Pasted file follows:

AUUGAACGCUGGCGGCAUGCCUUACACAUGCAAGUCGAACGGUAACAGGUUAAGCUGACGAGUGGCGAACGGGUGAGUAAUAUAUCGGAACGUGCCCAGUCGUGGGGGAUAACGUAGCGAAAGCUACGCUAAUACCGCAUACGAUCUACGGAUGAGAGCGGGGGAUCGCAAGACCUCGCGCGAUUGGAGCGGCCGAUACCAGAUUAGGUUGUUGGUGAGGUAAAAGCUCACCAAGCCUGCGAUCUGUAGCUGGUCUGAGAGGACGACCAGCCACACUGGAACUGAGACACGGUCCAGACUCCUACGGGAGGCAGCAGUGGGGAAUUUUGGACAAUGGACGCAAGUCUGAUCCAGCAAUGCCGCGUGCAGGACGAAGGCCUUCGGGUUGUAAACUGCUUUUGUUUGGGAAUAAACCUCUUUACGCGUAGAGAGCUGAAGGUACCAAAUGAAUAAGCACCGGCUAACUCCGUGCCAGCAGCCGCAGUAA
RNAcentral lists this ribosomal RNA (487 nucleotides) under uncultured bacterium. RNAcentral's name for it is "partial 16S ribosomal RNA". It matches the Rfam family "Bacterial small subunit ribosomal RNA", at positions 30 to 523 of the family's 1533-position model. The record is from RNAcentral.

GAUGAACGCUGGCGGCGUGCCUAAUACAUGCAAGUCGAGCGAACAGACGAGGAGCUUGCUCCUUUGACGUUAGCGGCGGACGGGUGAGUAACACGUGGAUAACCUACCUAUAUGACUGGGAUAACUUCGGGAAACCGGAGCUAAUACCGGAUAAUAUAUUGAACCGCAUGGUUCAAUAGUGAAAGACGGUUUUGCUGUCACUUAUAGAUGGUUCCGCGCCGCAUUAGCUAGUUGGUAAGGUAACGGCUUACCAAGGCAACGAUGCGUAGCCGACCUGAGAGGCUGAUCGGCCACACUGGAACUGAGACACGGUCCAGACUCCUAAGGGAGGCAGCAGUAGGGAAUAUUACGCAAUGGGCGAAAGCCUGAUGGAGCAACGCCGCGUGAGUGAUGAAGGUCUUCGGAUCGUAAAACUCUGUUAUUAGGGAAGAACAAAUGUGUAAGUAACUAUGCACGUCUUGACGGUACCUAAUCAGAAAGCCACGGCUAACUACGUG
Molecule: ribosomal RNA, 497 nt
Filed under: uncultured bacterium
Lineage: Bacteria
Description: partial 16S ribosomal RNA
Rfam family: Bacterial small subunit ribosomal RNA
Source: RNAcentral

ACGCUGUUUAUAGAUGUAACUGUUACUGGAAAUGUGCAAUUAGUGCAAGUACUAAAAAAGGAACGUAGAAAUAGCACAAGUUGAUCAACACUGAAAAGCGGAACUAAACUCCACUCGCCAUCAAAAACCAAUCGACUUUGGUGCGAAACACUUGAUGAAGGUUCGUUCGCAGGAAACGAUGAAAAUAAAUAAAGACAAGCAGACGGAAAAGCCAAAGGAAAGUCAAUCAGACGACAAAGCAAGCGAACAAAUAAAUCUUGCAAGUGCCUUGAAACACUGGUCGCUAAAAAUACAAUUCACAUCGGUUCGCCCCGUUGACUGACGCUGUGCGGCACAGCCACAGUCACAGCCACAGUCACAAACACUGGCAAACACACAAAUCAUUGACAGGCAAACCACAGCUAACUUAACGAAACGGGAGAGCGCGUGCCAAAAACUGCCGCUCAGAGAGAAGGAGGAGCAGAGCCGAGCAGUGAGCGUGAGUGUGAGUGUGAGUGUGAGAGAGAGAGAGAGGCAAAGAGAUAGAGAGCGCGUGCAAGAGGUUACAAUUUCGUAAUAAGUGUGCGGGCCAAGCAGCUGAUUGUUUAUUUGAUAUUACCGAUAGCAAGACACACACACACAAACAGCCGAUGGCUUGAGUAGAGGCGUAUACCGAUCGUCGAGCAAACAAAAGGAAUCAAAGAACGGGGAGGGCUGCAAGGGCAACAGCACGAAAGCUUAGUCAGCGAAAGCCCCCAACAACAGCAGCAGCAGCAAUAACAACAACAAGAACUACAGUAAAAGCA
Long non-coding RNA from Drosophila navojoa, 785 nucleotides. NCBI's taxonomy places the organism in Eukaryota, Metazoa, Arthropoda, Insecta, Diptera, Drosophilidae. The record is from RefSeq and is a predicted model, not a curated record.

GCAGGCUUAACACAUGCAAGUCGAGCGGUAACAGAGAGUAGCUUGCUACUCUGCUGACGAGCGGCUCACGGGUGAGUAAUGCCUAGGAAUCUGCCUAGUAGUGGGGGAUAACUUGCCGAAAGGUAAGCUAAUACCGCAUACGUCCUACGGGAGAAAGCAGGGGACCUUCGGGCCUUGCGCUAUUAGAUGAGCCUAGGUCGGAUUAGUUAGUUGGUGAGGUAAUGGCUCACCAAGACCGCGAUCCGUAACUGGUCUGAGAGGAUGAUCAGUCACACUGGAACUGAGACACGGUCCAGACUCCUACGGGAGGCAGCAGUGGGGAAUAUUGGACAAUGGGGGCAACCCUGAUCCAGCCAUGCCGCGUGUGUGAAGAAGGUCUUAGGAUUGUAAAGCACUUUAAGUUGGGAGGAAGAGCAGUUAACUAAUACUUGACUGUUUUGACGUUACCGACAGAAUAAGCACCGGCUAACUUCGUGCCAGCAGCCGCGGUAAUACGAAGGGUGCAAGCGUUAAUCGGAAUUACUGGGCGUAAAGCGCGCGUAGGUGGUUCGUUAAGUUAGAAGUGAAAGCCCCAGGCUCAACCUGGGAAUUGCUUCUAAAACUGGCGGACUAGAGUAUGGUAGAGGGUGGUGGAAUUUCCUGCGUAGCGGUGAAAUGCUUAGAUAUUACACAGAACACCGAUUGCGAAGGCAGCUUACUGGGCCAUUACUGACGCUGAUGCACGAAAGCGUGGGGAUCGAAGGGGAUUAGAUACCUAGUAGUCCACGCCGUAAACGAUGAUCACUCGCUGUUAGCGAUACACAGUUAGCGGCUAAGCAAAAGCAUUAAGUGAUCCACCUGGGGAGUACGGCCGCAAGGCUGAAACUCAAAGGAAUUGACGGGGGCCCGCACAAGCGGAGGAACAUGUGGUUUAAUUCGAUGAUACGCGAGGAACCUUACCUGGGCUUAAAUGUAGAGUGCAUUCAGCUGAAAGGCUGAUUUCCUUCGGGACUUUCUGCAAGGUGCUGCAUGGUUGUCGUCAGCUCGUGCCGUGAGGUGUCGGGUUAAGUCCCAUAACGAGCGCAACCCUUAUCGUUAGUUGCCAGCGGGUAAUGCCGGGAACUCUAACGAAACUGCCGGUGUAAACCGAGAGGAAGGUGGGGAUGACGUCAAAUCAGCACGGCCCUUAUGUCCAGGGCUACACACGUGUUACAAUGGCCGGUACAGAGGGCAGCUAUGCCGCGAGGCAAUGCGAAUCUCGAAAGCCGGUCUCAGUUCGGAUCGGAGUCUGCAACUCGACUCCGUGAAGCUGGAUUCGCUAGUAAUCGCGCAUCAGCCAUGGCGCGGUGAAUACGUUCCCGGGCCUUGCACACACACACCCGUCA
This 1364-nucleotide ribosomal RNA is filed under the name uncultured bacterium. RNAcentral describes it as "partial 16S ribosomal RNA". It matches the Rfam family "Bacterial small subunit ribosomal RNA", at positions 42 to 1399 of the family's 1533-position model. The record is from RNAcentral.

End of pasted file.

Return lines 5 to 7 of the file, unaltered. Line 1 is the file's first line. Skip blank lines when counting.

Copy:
Filed under: uncultured bacterium
Lineage: Bacteria
Description: partial 16S ribosomal RNA